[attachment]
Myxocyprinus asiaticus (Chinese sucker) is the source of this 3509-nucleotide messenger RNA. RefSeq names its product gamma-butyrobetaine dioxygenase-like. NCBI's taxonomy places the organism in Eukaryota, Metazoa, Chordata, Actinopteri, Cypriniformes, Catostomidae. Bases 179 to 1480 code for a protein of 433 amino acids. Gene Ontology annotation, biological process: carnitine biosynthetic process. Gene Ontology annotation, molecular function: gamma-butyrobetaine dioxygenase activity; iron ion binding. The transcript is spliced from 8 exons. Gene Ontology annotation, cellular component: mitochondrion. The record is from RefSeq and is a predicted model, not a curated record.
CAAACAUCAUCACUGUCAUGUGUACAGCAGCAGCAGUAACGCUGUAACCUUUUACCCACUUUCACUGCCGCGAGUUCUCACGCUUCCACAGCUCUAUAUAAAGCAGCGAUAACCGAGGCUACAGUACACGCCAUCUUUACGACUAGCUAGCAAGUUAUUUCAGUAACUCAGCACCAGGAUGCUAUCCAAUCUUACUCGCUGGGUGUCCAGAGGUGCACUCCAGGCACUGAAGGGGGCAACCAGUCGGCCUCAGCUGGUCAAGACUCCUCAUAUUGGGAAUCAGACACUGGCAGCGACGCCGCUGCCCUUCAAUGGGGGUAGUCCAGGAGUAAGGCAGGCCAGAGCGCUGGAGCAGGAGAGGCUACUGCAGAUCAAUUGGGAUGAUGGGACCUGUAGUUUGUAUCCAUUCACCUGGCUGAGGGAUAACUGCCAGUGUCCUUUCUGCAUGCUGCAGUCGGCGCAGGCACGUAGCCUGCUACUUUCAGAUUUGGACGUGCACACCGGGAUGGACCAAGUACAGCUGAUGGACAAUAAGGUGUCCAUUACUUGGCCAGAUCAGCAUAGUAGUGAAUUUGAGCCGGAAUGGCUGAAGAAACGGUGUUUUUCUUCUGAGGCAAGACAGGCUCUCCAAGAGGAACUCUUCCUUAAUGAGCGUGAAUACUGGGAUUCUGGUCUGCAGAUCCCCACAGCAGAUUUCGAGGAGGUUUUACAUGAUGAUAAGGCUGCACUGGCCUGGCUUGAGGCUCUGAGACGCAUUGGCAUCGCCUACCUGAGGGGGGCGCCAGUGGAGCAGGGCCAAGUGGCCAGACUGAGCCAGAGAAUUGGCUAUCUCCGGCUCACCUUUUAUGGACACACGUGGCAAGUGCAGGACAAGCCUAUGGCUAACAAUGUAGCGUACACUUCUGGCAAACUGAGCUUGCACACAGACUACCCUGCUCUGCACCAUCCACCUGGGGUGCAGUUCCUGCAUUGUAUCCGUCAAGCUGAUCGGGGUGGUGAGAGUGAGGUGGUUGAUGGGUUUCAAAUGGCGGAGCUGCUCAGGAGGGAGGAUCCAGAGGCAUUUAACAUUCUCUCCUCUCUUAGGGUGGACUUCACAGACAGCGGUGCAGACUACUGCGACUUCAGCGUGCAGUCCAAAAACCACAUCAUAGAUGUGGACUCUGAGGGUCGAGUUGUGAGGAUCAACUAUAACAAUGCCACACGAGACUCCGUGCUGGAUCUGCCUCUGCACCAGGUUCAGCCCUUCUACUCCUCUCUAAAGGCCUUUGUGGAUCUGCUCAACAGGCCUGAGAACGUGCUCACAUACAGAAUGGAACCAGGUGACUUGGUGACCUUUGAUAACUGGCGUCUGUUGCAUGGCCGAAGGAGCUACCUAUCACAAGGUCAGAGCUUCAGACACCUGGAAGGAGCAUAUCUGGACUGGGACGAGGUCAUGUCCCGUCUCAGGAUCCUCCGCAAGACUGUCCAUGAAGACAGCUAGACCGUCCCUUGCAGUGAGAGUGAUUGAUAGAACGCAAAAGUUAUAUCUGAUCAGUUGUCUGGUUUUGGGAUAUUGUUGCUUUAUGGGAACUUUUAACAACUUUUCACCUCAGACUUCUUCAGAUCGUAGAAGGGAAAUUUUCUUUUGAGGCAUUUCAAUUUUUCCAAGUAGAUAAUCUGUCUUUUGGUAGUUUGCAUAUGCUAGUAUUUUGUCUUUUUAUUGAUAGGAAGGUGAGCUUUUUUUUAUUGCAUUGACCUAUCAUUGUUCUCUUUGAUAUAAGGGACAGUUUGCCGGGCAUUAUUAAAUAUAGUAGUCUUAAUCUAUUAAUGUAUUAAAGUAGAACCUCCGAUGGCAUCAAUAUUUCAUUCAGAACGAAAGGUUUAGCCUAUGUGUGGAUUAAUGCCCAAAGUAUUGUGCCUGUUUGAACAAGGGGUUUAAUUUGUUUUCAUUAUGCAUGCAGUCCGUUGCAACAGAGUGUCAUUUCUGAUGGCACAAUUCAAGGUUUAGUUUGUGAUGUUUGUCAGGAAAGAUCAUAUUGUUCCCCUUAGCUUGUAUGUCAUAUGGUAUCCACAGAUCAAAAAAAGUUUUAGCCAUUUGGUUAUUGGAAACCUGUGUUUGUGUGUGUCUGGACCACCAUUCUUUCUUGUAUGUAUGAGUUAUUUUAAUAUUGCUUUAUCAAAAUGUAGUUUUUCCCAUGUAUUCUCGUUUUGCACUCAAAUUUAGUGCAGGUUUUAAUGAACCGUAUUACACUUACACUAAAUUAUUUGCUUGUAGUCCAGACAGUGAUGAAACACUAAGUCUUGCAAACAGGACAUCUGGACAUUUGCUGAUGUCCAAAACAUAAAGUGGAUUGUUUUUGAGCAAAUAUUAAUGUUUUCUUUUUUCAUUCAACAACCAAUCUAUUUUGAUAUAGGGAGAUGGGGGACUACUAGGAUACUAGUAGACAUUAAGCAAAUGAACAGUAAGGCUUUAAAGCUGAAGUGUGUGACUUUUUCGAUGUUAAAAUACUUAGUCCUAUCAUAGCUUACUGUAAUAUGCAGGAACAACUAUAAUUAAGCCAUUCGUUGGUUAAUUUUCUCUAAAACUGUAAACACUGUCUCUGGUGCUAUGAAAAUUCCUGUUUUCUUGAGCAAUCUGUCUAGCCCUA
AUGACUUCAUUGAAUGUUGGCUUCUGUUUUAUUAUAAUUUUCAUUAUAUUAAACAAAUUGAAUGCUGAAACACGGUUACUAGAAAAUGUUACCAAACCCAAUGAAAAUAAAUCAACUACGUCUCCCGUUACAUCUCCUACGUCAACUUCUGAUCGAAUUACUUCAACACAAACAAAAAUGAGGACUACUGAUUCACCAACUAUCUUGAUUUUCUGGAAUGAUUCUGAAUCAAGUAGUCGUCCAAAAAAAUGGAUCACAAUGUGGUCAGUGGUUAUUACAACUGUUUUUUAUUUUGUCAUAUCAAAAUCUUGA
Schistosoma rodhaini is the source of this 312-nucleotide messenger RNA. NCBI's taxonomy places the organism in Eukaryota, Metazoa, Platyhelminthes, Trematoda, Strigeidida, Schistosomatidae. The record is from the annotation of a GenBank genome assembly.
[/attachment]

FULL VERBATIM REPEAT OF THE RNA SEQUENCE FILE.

Myxocyprinus asiaticus (Chinese sucker) is the source of this 3509-nucleotide messenger RNA. RefSeq names its product gamma-butyrobetaine dioxygenase-like. NCBI's taxonomy places the organism in Eukaryota, Metazoa, Chordata, Actinopteri, Cypriniformes, Catostomidae. Bases 179 to 1480 code for a protein of 433 amino acids. Gene Ontology annotation, biological process: carnitine biosynthetic process. Gene Ontology annotation, molecular function: gamma-butyrobetaine dioxygenase activity; iron ion binding. The transcript is spliced from 8 exons. Gene Ontology annotation, cellular component: mitochondrion. The record is from RefSeq and is a predicted model, not a curated record.
CAAACAUCAUCACUGUCAUGUGUACAGCAGCAGCAGUAACGCUGUAACCUUUUACCCACUUUCACUGCCGCGAGUUCUCACGCUUCCACAGCUCUAUAUAAAGCAGCGAUAACCGAGGCUACAGUACACGCCAUCUUUACGACUAGCUAGCAAGUUAUUUCAGUAACUCAGCACCAGGAUGCUAUCCAAUCUUACUCGCUGGGUGUCCAGAGGUGCACUCCAGGCACUGAAGGGGGCAACCAGUCGGCCUCAGCUGGUCAAGACUCCUCAUAUUGGGAAUCAGACACUGGCAGCGACGCCGCUGCCCUUCAAUGGGGGUAGUCCAGGAGUAAGGCAGGCCAGAGCGCUGGAGCAGGAGAGGCUACUGCAGAUCAAUUGGGAUGAUGGGACCUGUAGUUUGUAUCCAUUCACCUGGCUGAGGGAUAACUGCCAGUGUCCUUUCUGCAUGCUGCAGUCGGCGCAGGCACGUAGCCUGCUACUUUCAGAUUUGGACGUGCACACCGGGAUGGACCAAGUACAGCUGAUGGACAAUAAGGUGUCCAUUACUUGGCCAGAUCAGCAUAGUAGUGAAUUUGAGCCGGAAUGGCUGAAGAAACGGUGUUUUUCUUCUGAGGCAAGACAGGCUCUCCAAGAGGAACUCUUCCUUAAUGAGCGUGAAUACUGGGAUUCUGGUCUGCAGAUCCCCACAGCAGAUUUCGAGGAGGUUUUACAUGAUGAUAAGGCUGCACUGGCCUGGCUUGAGGCUCUGAGACGCAUUGGCAUCGCCUACCUGAGGGGGGCGCCAGUGGAGCAGGGCCAAGUGGCCAGACUGAGCCAGAGAAUUGGCUAUCUCCGGCUCACCUUUUAUGGACACACGUGGCAAGUGCAGGACAAGCCUAUGGCUAACAAUGUAGCGUACACUUCUGGCAAACUGAGCUUGCACACAGACUACCCUGCUCUGCACCAUCCACCUGGGGUGCAGUUCCUGCAUUGUAUCCGUCAAGCUGAUCGGGGUGGUGAGAGUGAGGUGGUUGAUGGGUUUCAAAUGGCGGAGCUGCUCAGGAGGGAGGAUCCAGAGGCAUUUAACAUUCUCUCCUCUCUUAGGGUGGACUUCACAGACAGCGGUGCAGACUACUGCGACUUCAGCGUGCAGUCCAAAAACCACAUCAUAGAUGUGGACUCUGAGGGUCGAGUUGUGAGGAUCAACUAUAACAAUGCCACACGAGACUCCGUGCUGGAUCUGCCUCUGCACCAGGUUCAGCCCUUCUACUCCUCUCUAAAGGCCUUUGUGGAUCUGCUCAACAGGCCUGAGAACGUGCUCACAUACAGAAUGGAACCAGGUGACUUGGUGACCUUUGAUAACUGGCGUCUGUUGCAUGGCCGAAGGAGCUACCUAUCACAAGGUCAGAGCUUCAGACACCUGGAAGGAGCAUAUCUGGACUGGGACGAGGUCAUGUCCCGUCUCAGGAUCCUCCGCAAGACUGUCCAUGAAGACAGCUAGACCGUCCCUUGCAGUGAGAGUGAUUGAUAGAACGCAAAAGUUAUAUCUGAUCAGUUGUCUGGUUUUGGGAUAUUGUUGCUUUAUGGGAACUUUUAACAACUUUUCACCUCAGACUUCUUCAGAUCGUAGAAGGGAAAUUUUCUUUUGAGGCAUUUCAAUUUUUCCAAGUAGAUAAUCUGUCUUUUGGUAGUUUGCAUAUGCUAGUAUUUUGUCUUUUUAUUGAUAGGAAGGUGAGCUUUUUUUUAUUGCAUUGACCUAUCAUUGUUCUCUUUGAUAUAAGGGACAGUUUGCCGGGCAUUAUUAAAUAUAGUAGUCUUAAUCUAUUAAUGUAUUAAAGUAGAACCUCCGAUGGCAUCAAUAUUUCAUUCAGAACGAAAGGUUUAGCCUAUGUGUGGAUUAAUGCCCAAAGUAUUGUGCCUGUUUGAACAAGGGGUUUAAUUUGUUUUCAUUAUGCAUGCAGUCCGUUGCAACAGAGUGUCAUUUCUGAUGGCACAAUUCAAGGUUUAGUUUGUGAUGUUUGUCAGGAAAGAUCAUAUUGUUCCCCUUAGCUUGUAUGUCAUAUGGUAUCCACAGAUCAAAAAAAGUUUUAGCCAUUUGGUUAUUGGAAACCUGUGUUUGUGUGUGUCUGGACCACCAUUCUUUCUUGUAUGUAUGAGUUAUUUUAAUAUUGCUUUAUCAAAAUGUAGUUUUUCCCAUGUAUUCUCGUUUUGCACUCAAAUUUAGUGCAGGUUUUAAUGAACCGUAUUACACUUACACUAAAUUAUUUGCUUGUAGUCCAGACAGUGAUGAAACACUAAGUCUUGCAAACAGGACAUCUGGACAUUUGCUGAUGUCCAAAACAUAAAGUGGAUUGUUUUUGAGCAAAUAUUAAUGUUUUCUUUUUUCAUUCAACAACCAAUCUAUUUUGAUAUAGGGAGAUGGGGGACUACUAGGAUACUAGUAGACAUUAAGCAAAUGAACAGUAAGGCUUUAAAGCUGAAGUGUGUGACUUUUUCGAUGUUAAAAUACUUAGUCCUAUCAUAGCUUACUGUAAUAUGCAGGAACAACUAUAAUUAAGCCAUUCGUUGGUUAAUUUUCUCUAAAACUGUAAACACUGUCUCUGGUGCUAUGAAAAUUCCUGUUUUCUUGAGCAAUCUGUCUAGCCCUA
AUGACUUCAUUGAAUGUUGGCUUCUGUUUUAUUAUAAUUUUCAUUAUAUUAAACAAAUUGAAUGCUGAAACACGGUUACUAGAAAAUGUUACCAAACCCAAUGAAAAUAAAUCAACUACGUCUCCCGUUACAUCUCCUACGUCAACUUCUGAUCGAAUUACUUCAACACAAACAAAAAUGAGGACUACUGAUUCACCAACUAUCUUGAUUUUCUGGAAUGAUUCUGAAUCAAGUAGUCGUCCAAAAAAAUGGAUCACAAUGUGGUCAGUGGUUAUUACAACUGUUUUUUAUUUUGUCAUAUCAAAAUCUUGA
Schistosoma rodhaini is the source of this 312-nucleotide messenger RNA. NCBI's taxonomy places the organism in Eukaryota, Metazoa, Platyhelminthes, Trematoda, Strigeidida, Schistosomatidae. The record is from the annotation of a GenBank genome assembly.